For all the buzz he built up during spring training, it didn’t take long for Aaron Hicks to sour the widespread enthusiasm surrounding him. We’re barely over a week into the season and already we’re seeing calls for the rookie center fielder to be shipped to the minors, or at least the bottom of the lineup.
In fairness, Hicks has done his part. Through eight games, he has been flat-out overmatched, with two hits, two walks and 13 strikeouts in 32 plate appearances.
Since starting pitching was obviously going to be an unavoidable weakness, the Minnesota Twins knew they would need exceptional efforts from both the offense and bullpen in order to maintain a respectable record this season. We're only a week in, but thus far, both units have answered the call.
In their 4-2 start, the Twins have averaged 4.7 runs per game on offense and the relievers have been outstanding outside of one implosion (or Chris Davis explosion)
Welcome to the season’s first edition of Three-Bagger. In these occasional columns, I will examine three different ongoing Twins storylines worth following. Today, we’ll take a look at Mike Pelfrey’s remarkable return to the hill, promising early signs from some key hitters in the middle of the lineup and a growing dilemma at the shortstop position.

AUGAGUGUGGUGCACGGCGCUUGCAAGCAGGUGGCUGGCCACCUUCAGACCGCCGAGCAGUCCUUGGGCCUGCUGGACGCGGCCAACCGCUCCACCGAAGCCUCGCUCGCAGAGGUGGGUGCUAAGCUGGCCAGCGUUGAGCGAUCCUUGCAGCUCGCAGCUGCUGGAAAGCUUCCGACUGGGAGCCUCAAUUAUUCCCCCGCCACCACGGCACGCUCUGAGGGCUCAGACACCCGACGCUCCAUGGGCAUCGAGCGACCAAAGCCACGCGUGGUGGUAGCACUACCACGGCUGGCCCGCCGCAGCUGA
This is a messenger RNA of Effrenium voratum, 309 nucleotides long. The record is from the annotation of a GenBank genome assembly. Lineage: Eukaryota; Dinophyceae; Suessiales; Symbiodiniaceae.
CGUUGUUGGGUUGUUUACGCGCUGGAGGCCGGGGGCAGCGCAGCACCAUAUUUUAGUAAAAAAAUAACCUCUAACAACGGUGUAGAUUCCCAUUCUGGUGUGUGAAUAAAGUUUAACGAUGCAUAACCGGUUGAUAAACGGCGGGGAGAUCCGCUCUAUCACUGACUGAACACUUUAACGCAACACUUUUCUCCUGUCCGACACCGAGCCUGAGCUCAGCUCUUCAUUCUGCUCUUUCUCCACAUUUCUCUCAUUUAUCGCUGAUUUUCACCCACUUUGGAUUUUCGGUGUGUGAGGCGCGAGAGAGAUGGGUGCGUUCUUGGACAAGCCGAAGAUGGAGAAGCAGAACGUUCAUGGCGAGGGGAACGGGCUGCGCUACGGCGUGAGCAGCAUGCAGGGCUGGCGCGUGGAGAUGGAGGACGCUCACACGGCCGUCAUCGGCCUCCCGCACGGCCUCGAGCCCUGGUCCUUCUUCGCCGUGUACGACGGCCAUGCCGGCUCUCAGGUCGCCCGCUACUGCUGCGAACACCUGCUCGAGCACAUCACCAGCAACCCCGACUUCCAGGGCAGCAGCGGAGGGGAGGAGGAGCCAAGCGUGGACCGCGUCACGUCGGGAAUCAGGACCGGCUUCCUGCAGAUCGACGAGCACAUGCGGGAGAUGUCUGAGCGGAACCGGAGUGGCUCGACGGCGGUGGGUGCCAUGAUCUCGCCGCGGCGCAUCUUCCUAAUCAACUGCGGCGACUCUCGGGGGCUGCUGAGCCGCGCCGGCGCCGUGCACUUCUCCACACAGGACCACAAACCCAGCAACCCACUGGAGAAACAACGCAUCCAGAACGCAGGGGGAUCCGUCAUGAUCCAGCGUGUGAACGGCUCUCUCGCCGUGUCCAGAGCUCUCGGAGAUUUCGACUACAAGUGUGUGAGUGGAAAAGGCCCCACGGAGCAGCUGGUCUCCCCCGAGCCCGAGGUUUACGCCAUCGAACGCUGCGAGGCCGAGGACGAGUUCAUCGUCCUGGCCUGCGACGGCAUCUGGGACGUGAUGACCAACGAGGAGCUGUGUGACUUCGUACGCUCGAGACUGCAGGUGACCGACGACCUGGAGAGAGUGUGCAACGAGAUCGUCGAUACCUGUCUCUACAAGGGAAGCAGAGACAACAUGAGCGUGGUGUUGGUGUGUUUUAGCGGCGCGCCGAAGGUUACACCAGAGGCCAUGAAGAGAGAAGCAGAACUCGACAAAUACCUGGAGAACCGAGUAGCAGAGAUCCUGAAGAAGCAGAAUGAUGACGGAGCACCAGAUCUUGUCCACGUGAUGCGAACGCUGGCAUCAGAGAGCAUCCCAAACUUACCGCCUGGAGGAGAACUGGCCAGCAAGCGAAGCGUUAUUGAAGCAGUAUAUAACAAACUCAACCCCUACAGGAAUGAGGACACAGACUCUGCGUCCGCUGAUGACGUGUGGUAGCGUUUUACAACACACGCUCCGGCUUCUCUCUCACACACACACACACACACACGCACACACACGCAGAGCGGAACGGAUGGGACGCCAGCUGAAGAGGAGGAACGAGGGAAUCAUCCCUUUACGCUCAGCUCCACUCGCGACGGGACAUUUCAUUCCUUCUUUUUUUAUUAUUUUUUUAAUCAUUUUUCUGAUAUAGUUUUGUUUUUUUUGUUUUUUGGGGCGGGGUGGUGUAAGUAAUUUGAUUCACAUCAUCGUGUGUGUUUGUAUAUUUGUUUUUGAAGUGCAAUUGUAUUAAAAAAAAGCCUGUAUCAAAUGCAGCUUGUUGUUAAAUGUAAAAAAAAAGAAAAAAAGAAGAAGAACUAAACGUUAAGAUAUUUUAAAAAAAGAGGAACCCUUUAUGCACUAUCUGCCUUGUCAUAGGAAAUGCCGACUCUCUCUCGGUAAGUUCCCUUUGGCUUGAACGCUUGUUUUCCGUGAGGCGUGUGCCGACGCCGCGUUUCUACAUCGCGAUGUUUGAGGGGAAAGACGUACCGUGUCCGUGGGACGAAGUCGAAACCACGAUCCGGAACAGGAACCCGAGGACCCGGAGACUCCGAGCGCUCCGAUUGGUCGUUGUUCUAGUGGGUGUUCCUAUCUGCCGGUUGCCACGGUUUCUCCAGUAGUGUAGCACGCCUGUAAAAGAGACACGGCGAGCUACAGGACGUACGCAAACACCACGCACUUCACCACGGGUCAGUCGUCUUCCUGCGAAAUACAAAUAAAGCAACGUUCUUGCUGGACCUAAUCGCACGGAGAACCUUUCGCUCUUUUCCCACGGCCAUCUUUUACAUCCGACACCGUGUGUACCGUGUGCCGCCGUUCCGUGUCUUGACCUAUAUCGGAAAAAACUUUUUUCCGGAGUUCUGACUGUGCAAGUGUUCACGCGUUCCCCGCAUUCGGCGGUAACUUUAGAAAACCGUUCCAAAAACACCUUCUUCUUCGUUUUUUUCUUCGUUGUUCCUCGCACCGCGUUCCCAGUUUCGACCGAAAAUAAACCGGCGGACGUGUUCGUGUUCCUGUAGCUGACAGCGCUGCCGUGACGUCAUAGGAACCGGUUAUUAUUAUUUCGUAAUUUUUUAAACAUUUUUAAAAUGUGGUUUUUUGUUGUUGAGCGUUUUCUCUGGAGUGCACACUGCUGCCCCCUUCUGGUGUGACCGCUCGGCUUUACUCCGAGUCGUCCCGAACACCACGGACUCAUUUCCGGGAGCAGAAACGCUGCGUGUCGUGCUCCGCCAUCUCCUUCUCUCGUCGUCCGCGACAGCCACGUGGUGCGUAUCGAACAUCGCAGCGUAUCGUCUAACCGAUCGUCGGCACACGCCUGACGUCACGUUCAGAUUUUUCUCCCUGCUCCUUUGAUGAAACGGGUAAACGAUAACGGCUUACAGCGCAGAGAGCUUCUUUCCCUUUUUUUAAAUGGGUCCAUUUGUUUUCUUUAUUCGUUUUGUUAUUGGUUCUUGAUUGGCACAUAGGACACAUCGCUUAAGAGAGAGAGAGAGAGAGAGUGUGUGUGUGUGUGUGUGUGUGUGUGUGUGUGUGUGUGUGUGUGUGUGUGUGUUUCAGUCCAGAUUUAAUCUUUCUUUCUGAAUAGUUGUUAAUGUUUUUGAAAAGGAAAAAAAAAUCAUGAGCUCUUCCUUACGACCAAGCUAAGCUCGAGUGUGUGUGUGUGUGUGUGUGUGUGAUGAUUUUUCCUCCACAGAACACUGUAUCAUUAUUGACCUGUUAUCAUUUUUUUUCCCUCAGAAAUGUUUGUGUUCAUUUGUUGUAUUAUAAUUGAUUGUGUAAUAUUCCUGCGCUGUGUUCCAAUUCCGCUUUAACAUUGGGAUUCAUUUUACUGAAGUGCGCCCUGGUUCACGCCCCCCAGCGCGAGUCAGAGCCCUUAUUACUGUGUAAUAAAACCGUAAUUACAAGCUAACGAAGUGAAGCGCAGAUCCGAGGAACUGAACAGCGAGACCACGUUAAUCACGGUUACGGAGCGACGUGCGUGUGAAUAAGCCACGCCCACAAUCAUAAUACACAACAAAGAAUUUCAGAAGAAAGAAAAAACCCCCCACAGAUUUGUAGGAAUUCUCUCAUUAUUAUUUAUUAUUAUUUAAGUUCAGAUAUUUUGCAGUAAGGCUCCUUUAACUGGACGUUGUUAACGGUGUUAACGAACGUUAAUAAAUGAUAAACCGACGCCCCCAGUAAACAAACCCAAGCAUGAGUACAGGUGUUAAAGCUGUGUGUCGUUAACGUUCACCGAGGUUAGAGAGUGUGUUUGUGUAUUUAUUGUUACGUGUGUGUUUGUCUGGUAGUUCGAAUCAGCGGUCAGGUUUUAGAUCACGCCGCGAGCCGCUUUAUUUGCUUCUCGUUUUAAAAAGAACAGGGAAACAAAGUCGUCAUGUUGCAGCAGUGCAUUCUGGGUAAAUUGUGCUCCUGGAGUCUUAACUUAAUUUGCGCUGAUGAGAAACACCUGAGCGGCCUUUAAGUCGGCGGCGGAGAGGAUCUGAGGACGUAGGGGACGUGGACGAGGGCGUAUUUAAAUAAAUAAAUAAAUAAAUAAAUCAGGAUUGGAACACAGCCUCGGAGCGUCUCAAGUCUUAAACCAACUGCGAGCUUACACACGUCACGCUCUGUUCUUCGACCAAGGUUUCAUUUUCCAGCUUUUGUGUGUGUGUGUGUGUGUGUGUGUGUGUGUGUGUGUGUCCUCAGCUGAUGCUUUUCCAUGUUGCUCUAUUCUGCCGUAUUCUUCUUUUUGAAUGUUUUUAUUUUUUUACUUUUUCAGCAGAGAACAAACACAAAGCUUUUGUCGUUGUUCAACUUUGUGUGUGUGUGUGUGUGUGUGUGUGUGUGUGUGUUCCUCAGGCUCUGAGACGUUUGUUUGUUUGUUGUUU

* I wrote earlier this week about the Twins’ low expectations, pointing out that they’ll need to find different ways to engage fans since
"Blessed is he who expects nothing, for he is never disappointed." – Alexander Pope
Have you ever gone to see a movie that was hugely hyped, only to walk out of the theater underwhelmed after deeming it just OK? Conversely, another film that was “just OK” might have impressed you if your friends had all told you it was completely awful.
Expectations can have an enormous impact on the way we perceive things. Which brings us to this year’s Minnesota Twins. Reality
In many ways, Ron Gardenhire’s present situation reflects the paradox faced by the 2013 Minnesota Twins.